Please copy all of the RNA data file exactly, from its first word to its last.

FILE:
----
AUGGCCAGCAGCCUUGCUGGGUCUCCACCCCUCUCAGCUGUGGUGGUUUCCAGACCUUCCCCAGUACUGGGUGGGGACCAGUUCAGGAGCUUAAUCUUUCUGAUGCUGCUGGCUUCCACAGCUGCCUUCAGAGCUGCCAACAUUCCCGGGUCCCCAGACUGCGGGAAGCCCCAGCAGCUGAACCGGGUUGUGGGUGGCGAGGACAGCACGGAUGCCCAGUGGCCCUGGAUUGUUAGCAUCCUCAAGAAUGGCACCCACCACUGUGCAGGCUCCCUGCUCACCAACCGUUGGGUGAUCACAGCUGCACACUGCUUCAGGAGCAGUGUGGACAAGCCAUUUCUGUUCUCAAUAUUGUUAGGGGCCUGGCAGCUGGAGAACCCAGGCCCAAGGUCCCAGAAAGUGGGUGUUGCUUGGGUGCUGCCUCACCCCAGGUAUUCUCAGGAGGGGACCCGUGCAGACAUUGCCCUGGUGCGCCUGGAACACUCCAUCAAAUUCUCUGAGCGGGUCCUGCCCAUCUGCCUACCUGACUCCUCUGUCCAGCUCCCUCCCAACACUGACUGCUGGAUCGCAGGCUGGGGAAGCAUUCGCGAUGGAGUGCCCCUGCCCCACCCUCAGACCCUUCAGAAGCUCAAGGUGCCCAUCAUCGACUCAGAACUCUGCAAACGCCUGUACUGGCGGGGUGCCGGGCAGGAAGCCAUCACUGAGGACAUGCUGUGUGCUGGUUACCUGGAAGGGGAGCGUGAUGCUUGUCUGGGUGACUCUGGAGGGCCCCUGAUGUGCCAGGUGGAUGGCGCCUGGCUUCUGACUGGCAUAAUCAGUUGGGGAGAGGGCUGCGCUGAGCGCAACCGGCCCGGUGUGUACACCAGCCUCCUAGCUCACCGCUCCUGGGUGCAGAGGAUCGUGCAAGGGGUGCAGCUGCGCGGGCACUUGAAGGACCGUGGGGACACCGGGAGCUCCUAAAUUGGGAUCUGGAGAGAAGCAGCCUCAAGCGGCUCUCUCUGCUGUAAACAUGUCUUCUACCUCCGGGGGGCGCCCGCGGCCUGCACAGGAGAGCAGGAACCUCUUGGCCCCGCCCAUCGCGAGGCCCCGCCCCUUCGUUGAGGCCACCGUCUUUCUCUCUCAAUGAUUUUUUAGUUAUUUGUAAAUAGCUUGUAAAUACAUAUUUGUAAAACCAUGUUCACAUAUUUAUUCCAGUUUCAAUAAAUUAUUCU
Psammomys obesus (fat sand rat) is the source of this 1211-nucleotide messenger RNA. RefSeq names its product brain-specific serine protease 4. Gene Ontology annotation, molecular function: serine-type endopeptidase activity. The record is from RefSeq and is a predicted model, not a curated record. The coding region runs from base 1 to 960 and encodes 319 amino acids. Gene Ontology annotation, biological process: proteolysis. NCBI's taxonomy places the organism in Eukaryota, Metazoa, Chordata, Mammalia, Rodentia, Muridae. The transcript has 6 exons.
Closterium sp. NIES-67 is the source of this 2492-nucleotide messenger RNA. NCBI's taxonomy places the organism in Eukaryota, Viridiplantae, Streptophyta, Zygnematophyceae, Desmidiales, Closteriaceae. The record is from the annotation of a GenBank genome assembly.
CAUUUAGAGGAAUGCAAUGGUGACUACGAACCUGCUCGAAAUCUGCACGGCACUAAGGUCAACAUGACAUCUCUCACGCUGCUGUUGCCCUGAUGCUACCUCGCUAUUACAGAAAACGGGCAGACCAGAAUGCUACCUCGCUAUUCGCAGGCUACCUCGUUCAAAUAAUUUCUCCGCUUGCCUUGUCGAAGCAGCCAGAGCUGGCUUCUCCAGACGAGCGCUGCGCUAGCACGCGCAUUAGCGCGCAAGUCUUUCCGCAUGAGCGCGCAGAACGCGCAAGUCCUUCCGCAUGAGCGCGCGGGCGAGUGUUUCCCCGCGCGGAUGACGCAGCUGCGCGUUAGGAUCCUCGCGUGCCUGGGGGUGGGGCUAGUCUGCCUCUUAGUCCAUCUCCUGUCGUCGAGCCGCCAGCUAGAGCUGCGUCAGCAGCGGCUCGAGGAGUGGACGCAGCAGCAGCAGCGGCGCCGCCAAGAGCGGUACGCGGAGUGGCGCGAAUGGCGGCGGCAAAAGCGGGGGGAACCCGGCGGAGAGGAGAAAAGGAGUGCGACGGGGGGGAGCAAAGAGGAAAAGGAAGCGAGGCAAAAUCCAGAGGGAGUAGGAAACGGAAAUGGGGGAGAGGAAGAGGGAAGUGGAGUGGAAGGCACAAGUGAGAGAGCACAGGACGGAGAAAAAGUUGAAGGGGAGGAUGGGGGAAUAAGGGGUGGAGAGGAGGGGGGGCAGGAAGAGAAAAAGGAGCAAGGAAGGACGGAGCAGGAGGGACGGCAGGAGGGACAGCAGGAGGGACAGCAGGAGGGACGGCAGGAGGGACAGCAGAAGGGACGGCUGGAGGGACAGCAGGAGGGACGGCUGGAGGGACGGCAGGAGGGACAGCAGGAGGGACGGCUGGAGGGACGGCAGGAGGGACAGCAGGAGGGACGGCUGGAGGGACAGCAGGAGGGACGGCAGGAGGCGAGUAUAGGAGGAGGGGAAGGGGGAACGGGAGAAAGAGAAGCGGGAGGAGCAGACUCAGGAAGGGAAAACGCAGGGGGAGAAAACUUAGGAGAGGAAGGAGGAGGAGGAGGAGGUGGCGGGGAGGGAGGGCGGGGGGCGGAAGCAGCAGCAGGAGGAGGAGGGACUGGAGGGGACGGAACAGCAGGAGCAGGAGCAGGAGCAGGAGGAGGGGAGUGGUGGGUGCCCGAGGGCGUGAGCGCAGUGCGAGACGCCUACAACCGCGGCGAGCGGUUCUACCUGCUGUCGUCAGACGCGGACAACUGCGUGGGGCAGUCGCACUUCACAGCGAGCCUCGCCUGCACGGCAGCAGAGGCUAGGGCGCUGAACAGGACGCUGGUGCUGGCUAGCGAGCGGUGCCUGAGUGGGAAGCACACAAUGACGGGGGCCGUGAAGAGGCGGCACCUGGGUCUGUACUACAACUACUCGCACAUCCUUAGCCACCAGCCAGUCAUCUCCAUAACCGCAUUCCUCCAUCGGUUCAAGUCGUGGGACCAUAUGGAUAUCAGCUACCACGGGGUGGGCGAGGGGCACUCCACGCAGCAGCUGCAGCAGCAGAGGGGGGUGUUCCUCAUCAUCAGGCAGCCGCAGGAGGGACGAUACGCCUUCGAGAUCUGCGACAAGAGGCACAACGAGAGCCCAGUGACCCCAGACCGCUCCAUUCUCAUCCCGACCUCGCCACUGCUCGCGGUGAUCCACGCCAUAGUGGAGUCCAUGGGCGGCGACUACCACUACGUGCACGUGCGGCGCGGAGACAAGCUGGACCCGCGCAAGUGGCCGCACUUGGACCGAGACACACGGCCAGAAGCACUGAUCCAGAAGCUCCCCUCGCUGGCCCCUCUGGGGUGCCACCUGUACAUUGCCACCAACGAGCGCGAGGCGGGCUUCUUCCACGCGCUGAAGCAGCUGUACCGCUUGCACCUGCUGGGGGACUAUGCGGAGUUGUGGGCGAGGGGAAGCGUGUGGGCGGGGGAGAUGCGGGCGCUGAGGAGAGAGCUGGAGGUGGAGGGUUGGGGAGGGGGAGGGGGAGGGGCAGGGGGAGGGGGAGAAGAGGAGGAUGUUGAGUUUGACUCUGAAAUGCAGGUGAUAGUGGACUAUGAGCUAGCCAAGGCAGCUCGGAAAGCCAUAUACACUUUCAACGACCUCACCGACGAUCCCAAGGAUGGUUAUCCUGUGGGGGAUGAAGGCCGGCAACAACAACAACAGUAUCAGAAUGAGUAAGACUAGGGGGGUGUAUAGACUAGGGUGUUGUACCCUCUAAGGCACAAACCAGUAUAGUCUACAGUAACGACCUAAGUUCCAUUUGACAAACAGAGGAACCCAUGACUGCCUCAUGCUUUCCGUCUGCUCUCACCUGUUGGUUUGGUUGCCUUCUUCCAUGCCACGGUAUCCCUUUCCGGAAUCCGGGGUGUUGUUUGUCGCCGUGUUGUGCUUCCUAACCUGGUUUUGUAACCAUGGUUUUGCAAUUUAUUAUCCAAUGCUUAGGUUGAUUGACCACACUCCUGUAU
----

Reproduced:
AUGGCCAGCAGCCUUGCUGGGUCUCCACCCCUCUCAGCUGUGGUGGUUUCCAGACCUUCCCCAGUACUGGGUGGGGACCAGUUCAGGAGCUUAAUCUUUCUGAUGCUGCUGGCUUCCACAGCUGCCUUCAGAGCUGCCAACAUUCCCGGGUCCCCAGACUGCGGGAAGCCCCAGCAGCUGAACCGGGUUGUGGGUGGCGAGGACAGCACGGAUGCCCAGUGGCCCUGGAUUGUUAGCAUCCUCAAGAAUGGCACCCACCACUGUGCAGGCUCCCUGCUCACCAACCGUUGGGUGAUCACAGCUGCACACUGCUUCAGGAGCAGUGUGGACAAGCCAUUUCUGUUCUCAAUAUUGUUAGGGGCCUGGCAGCUGGAGAACCCAGGCCCAAGGUCCCAGAAAGUGGGUGUUGCUUGGGUGCUGCCUCACCCCAGGUAUUCUCAGGAGGGGACCCGUGCAGACAUUGCCCUGGUGCGCCUGGAACACUCCAUCAAAUUCUCUGAGCGGGUCCUGCCCAUCUGCCUACCUGACUCCUCUGUCCAGCUCCCUCCCAACACUGACUGCUGGAUCGCAGGCUGGGGAAGCAUUCGCGAUGGAGUGCCCCUGCCCCACCCUCAGACCCUUCAGAAGCUCAAGGUGCCCAUCAUCGACUCAGAACUCUGCAAACGCCUGUACUGGCGGGGUGCCGGGCAGGAAGCCAUCACUGAGGACAUGCUGUGUGCUGGUUACCUGGAAGGGGAGCGUGAUGCUUGUCUGGGUGACUCUGGAGGGCCCCUGAUGUGCCAGGUGGAUGGCGCCUGGCUUCUGACUGGCAUAAUCAGUUGGGGAGAGGGCUGCGCUGAGCGCAACCGGCCCGGUGUGUACACCAGCCUCCUAGCUCACCGCUCCUGGGUGCAGAGGAUCGUGCAAGGGGUGCAGCUGCGCGGGCACUUGAAGGACCGUGGGGACACCGGGAGCUCCUAAAUUGGGAUCUGGAGAGAAGCAGCCUCAAGCGGCUCUCUCUGCUGUAAACAUGUCUUCUACCUCCGGGGGGCGCCCGCGGCCUGCACAGGAGAGCAGGAACCUCUUGGCCCCGCCCAUCGCGAGGCCCCGCCCCUUCGUUGAGGCCACCGUCUUUCUCUCUCAAUGAUUUUUUAGUUAUUUGUAAAUAGCUUGUAAAUACAUAUUUGUAAAACCAUGUUCACAUAUUUAUUCCAGUUUCAAUAAAUUAUUCU
Psammomys obesus (fat sand rat) is the source of this 1211-nucleotide messenger RNA. RefSeq names its product brain-specific serine protease 4. Gene Ontology annotation, molecular function: serine-type endopeptidase activity. The record is from RefSeq and is a predicted model, not a curated record. The coding region runs from base 1 to 960 and encodes 319 amino acids. Gene Ontology annotation, biological process: proteolysis. NCBI's taxonomy places the organism in Eukaryota, Metazoa, Chordata, Mammalia, Rodentia, Muridae. The transcript has 6 exons.
Closterium sp. NIES-67 is the source of this 2492-nucleotide messenger RNA. NCBI's taxonomy places the organism in Eukaryota, Viridiplantae, Streptophyta, Zygnematophyceae, Desmidiales, Closteriaceae. The record is from the annotation of a GenBank genome assembly.
CAUUUAGAGGAAUGCAAUGGUGACUACGAACCUGCUCGAAAUCUGCACGGCACUAAGGUCAACAUGACAUCUCUCACGCUGCUGUUGCCCUGAUGCUACCUCGCUAUUACAGAAAACGGGCAGACCAGAAUGCUACCUCGCUAUUCGCAGGCUACCUCGUUCAAAUAAUUUCUCCGCUUGCCUUGUCGAAGCAGCCAGAGCUGGCUUCUCCAGACGAGCGCUGCGCUAGCACGCGCAUUAGCGCGCAAGUCUUUCCGCAUGAGCGCGCAGAACGCGCAAGUCCUUCCGCAUGAGCGCGCGGGCGAGUGUUUCCCCGCGCGGAUGACGCAGCUGCGCGUUAGGAUCCUCGCGUGCCUGGGGGUGGGGCUAGUCUGCCUCUUAGUCCAUCUCCUGUCGUCGAGCCGCCAGCUAGAGCUGCGUCAGCAGCGGCUCGAGGAGUGGACGCAGCAGCAGCAGCGGCGCCGCCAAGAGCGGUACGCGGAGUGGCGCGAAUGGCGGCGGCAAAAGCGGGGGGAACCCGGCGGAGAGGAGAAAAGGAGUGCGACGGGGGGGAGCAAAGAGGAAAAGGAAGCGAGGCAAAAUCCAGAGGGAGUAGGAAACGGAAAUGGGGGAGAGGAAGAGGGAAGUGGAGUGGAAGGCACAAGUGAGAGAGCACAGGACGGAGAAAAAGUUGAAGGGGAGGAUGGGGGAAUAAGGGGUGGAGAGGAGGGGGGGCAGGAAGAGAAAAAGGAGCAAGGAAGGACGGAGCAGGAGGGACGGCAGGAGGGACAGCAGGAGGGACAGCAGGAGGGACGGCAGGAGGGACAGCAGAAGGGACGGCUGGAGGGACAGCAGGAGGGACGGCUGGAGGGACGGCAGGAGGGACAGCAGGAGGGACGGCUGGAGGGACGGCAGGAGGGACAGCAGGAGGGACGGCUGGAGGGACAGCAGGAGGGACGGCAGGAGGCGAGUAUAGGAGGAGGGGAAGGGGGAACGGGAGAAAGAGAAGCGGGAGGAGCAGACUCAGGAAGGGAAAACGCAGGGGGAGAAAACUUAGGAGAGGAAGGAGGAGGAGGAGGAGGUGGCGGGGAGGGAGGGCGGGGGGCGGAAGCAGCAGCAGGAGGAGGAGGGACUGGAGGGGACGGAACAGCAGGAGCAGGAGCAGGAGCAGGAGGAGGGGAGUGGUGGGUGCCCGAGGGCGUGAGCGCAGUGCGAGACGCCUACAACCGCGGCGAGCGGUUCUACCUGCUGUCGUCAGACGCGGACAACUGCGUGGGGCAGUCGCACUUCACAGCGAGCCUCGCCUGCACGGCAGCAGAGGCUAGGGCGCUGAACAGGACGCUGGUGCUGGCUAGCGAGCGGUGCCUGAGUGGGAAGCACACAAUGACGGGGGCCGUGAAGAGGCGGCACCUGGGUCUGUACUACAACUACUCGCACAUCCUUAGCCACCAGCCAGUCAUCUCCAUAACCGCAUUCCUCCAUCGGUUCAAGUCGUGGGACCAUAUGGAUAUCAGCUACCACGGGGUGGGCGAGGGGCACUCCACGCAGCAGCUGCAGCAGCAGAGGGGGGUGUUCCUCAUCAUCAGGCAGCCGCAGGAGGGACGAUACGCCUUCGAGAUCUGCGACAAGAGGCACAACGAGAGCCCAGUGACCCCAGACCGCUCCAUUCUCAUCCCGACCUCGCCACUGCUCGCGGUGAUCCACGCCAUAGUGGAGUCCAUGGGCGGCGACUACCACUACGUGCACGUGCGGCGCGGAGACAAGCUGGACCCGCGCAAGUGGCCGCACUUGGACCGAGACACACGGCCAGAAGCACUGAUCCAGAAGCUCCCCUCGCUGGCCCCUCUGGGGUGCCACCUGUACAUUGCCACCAACGAGCGCGAGGCGGGCUUCUUCCACGCGCUGAAGCAGCUGUACCGCUUGCACCUGCUGGGGGACUAUGCGGAGUUGUGGGCGAGGGGAAGCGUGUGGGCGGGGGAGAUGCGGGCGCUGAGGAGAGAGCUGGAGGUGGAGGGUUGGGGAGGGGGAGGGGGAGGGGCAGGGGGAGGGGGAGAAGAGGAGGAUGUUGAGUUUGACUCUGAAAUGCAGGUGAUAGUGGACUAUGAGCUAGCCAAGGCAGCUCGGAAAGCCAUAUACACUUUCAACGACCUCACCGACGAUCCCAAGGAUGGUUAUCCUGUGGGGGAUGAAGGCCGGCAACAACAACAACAGUAUCAGAAUGAGUAAGACUAGGGGGGUGUAUAGACUAGGGUGUUGUACCCUCUAAGGCACAAACCAGUAUAGUCUACAGUAACGACCUAAGUUCCAUUUGACAAACAGAGGAACCCAUGACUGCCUCAUGCUUUCCGUCUGCUCUCACCUGUUGGUUUGGUUGCCUUCUUCCAUGCCACGGUAUCCCUUUCCGGAAUCCGGGGUGUUGUUUGUCGCCGUGUUGUGCUUCCUAACCUGGUUUUGUAACCAUGGUUUUGCAAUUUAUUAUCCAAUGCUUAGGUUGAUUGACCACACUCCUGUAU